Brett Bartholomew  1:19:15  

it’s interesting. 


Johnjay Van Es  1:19:16  

II don’t really care about  mean the players. That’s cool. I’m going to talk to you too, but to me, it was more about the dad. So I had this opportunity to interview Devin Booker’s dad Melvin. So Melvin and I became pretty friendly. The sons game so I invited him in the studio. He sat down with me. I did this. I thought it was an incredible interview with this guy with an hour interview. And I learned so much about DEVIN BOOKER and how his dad trained him and how they got it. I mean, it was just blew my mind, especially when you tell stories about playing in a tournament and nobody knew who he was. And he was like, Dad, look, there’s Kelly Oubre over there. There’s so much over there. Meanwhile, now he was playing with those guys in the pros, right? So anyway, the interview is over. And he leaves and I’ve seen him 10 times since then. And I post interview and have it Turns out the back of the microphone wasn’t connected his microphone. Yeah. So you hear his interview through my microphone. Oh, that’s brutal. Yeah. Right. So I can easily do it again. But I don’t want to do it again, because I already asked those questions. 


Brett Bartholomew  1:20:13  

I don’t want to. Yeah, man, that moment. Like, it’s tricky. Sometimes when we interview people, we tell them, hey, hit the record, in case there’s an audio issue hit record on your phone. And even if we get shit audio, at least we have something.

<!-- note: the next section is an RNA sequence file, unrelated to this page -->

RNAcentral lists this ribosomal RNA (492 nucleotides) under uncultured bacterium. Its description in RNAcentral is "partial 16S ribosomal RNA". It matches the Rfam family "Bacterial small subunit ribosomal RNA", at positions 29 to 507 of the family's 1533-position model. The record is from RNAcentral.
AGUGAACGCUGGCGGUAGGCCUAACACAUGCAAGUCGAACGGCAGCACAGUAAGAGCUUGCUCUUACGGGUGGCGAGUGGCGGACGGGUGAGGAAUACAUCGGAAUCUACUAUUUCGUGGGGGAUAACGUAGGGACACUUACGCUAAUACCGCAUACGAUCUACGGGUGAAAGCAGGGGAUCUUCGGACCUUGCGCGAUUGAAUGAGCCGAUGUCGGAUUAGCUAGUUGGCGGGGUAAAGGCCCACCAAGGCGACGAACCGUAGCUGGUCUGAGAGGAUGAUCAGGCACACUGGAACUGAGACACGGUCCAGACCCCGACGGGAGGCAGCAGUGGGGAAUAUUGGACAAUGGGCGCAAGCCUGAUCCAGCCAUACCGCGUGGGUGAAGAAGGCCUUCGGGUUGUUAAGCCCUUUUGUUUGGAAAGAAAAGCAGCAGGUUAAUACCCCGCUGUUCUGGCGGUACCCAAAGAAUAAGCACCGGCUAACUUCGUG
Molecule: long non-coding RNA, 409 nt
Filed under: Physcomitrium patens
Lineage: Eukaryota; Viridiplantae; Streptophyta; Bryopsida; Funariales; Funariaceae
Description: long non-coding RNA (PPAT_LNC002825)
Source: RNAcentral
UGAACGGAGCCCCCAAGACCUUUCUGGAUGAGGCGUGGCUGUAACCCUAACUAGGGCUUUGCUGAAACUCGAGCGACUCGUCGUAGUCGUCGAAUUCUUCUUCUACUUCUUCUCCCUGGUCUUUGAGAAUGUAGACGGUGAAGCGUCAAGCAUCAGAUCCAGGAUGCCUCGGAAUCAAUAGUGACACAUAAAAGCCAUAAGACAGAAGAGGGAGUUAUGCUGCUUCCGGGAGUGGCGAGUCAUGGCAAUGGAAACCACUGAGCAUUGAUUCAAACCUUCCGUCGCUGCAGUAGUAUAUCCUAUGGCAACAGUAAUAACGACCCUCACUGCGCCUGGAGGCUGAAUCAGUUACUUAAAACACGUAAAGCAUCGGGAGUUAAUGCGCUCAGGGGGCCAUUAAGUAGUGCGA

Johnjay Van Es  1:20:24  

Right. Like, you can hear the metal you can hear the interview, and it’s a great interview. It’s still up there. But it’s like, to me, it’s like, okay, the content was there. But, you know, I learned a lot for me when I was in the interview, but suck, man, I was bummed out


Brett Bartholomew  1:20:36  

Here’s where you’re spot on about that it was approach we took with this show. And maybe I’m an idiot, you mentioned a while back, like, you don’t really like interviewing celebrities. And what have you is when we started the podcast, you know, we had this guy that was like, Hey, your podcast isn’t gonna blow up unless you start reaching out to like, you know, people that are super established and this and that. I said, Yeah, man, but like, here’s the thing, I kind of want to an episode podcast were underdogs. Like, there’s certain people that they’ve been passed around, they do every frickin show, you know, they do every show. And so I’m like, I want to give a platform to people that like haven’t had a voice, and maybe have some shit to say, these are people in all different professions that some of them have never been on on a podcast. And I’m like, I want it to be unique content, because it’s cool. Like, they come out with a chip on their shoulder, right, and they want to share something. Whereas I could, I know, I could reach out to certain people, and it’s always a pain in the ass, because like, you have to go through six levels. But it’s tricky. And I think it cost me on some side of things. Because there’s gonna be people that are like, hey, you know, you’re not, somebody will share, but these celebrities aren’t gonna share it. So what I’m going to try to get, let’s say, you know, I’m going to try to get so and so on this and think that they’re going to share it on their Instagram, and then I’m going to get on now all of a sudden, I got hundreds of 1000s of subscribers, it doesn’t work that way. Contents got to come first. Right?